- Avoid all 61 terms for sugar for 5 days
- Natural sugar found in whole foods (fruit, vegetables, etc.) are okay
A day in the life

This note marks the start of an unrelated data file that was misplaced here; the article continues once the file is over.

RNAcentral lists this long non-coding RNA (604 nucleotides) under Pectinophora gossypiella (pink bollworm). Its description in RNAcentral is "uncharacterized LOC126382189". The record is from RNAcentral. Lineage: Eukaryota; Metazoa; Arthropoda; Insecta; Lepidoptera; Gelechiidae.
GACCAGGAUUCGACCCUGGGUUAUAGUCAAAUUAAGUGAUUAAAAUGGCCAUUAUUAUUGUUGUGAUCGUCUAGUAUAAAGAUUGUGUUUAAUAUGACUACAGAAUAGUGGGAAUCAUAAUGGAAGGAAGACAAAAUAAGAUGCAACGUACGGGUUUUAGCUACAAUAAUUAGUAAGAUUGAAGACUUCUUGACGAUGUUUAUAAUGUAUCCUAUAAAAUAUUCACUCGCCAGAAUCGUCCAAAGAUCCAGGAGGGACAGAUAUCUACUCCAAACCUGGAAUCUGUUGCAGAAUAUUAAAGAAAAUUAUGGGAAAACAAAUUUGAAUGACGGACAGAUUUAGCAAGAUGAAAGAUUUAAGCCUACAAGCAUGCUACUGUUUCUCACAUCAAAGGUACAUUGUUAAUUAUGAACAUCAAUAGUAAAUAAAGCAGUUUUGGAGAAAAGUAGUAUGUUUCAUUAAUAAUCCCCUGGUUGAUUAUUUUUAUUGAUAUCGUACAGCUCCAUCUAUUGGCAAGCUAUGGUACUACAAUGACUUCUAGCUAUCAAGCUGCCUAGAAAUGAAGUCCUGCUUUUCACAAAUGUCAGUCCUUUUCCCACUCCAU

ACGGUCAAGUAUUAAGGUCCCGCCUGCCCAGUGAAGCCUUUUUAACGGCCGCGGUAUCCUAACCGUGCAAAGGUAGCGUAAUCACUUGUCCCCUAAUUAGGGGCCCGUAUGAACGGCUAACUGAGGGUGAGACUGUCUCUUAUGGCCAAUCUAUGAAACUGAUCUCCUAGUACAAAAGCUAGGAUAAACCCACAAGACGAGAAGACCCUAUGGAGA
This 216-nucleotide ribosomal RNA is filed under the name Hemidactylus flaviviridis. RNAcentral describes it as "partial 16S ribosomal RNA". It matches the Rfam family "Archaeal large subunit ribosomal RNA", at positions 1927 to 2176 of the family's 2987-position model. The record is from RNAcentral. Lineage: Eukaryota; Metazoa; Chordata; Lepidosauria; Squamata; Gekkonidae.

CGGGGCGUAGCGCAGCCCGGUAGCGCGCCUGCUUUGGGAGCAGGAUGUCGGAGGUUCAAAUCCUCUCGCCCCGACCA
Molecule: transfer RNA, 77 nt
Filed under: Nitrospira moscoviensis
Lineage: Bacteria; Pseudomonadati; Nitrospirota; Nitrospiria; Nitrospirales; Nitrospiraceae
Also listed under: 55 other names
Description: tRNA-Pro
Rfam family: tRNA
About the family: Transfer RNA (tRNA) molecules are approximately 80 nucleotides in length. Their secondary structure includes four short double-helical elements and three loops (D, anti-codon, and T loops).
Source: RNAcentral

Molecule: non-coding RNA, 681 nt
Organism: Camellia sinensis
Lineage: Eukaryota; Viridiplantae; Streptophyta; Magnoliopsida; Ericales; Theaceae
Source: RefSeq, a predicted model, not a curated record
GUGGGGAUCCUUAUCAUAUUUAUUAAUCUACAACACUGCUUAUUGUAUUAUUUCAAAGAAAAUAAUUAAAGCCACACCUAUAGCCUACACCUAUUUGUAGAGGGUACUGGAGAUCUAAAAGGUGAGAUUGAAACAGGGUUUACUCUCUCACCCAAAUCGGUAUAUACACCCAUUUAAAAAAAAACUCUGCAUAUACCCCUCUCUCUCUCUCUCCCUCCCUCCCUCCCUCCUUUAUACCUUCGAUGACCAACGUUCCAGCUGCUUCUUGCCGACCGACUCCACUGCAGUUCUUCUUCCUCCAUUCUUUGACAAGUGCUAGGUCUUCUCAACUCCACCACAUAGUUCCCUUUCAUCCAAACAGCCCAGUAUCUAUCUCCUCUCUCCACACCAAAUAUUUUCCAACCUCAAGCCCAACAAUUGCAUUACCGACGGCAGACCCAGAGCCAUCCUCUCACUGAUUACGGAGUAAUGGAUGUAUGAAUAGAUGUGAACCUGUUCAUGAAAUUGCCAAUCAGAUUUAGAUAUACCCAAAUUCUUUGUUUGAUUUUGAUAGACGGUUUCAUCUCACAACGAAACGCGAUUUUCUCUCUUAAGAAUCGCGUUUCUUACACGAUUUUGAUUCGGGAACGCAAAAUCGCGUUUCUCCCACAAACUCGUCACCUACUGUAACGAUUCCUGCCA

The first day of this challenge was a big learning curve. That morning I instinctively reached for the sugar when making my cup of coffee. I could tell habitual routine was going to be my biggest struggle. Putting down the sugar, only adding milk to my coffee, I began to look through my fridge and cupboard for breakfast options. Reading the ingredient list of all the cereals I had all had one thing in common, added sugar. All-Bran? Sugar. Flax Plus? Organic granulated sugar cane juice. Multi-Grain Cheerios? Refiner’s syrup (a.k.a golden syrup). Well, those options were off the table. So were the 4 different loaves of multi-grain bread I had on hand. All had sugar listed withing the first 5 ingredient. So, I settled on oatmeal. I cooked up some plain oats and topped it with chopped granny smith apple, cinnamon, raisins, and plain Greek yogurt. Satisfying, but I still missed the sweet tough a little honey or maple syrup would have provided. For lunch I had a salad with kale, tomato, cucumber, chickpeas, peppers, and feta. Simple, right? Until you get to the topic of salad dressing. If your just not a vinegar and oil kind of girl like yours truly, or don’t have time to whip up your own, finding a sugar free salad dressing can be quite the challenge. For example, Kraft Greek Feta & Oregano lists corn syrup as the third ingredient and sugar as the fifth, while Renée’s Sweet Onion Vinaigrette doesn’t get it’s sweetness from Spanish onions like the package claims. That would be the sugar lists as the second ingredient (only behind water). Yikes. If you’re looking for a packaged salad dressing with no sugar and recognizable ingredients look not further than Newman’s Own Olive Oil & Vinegar (offered in both organic and inorganic varieties). There isn’t an unfamiliar ingredient listed on the packaging, and on a plus side all profits from Newman’s products go to charities (bonus!). Snacks throughout the week consisted of sliced apples with all natural peanut butter, carrots and hummus, and yogurt with berries and nuts.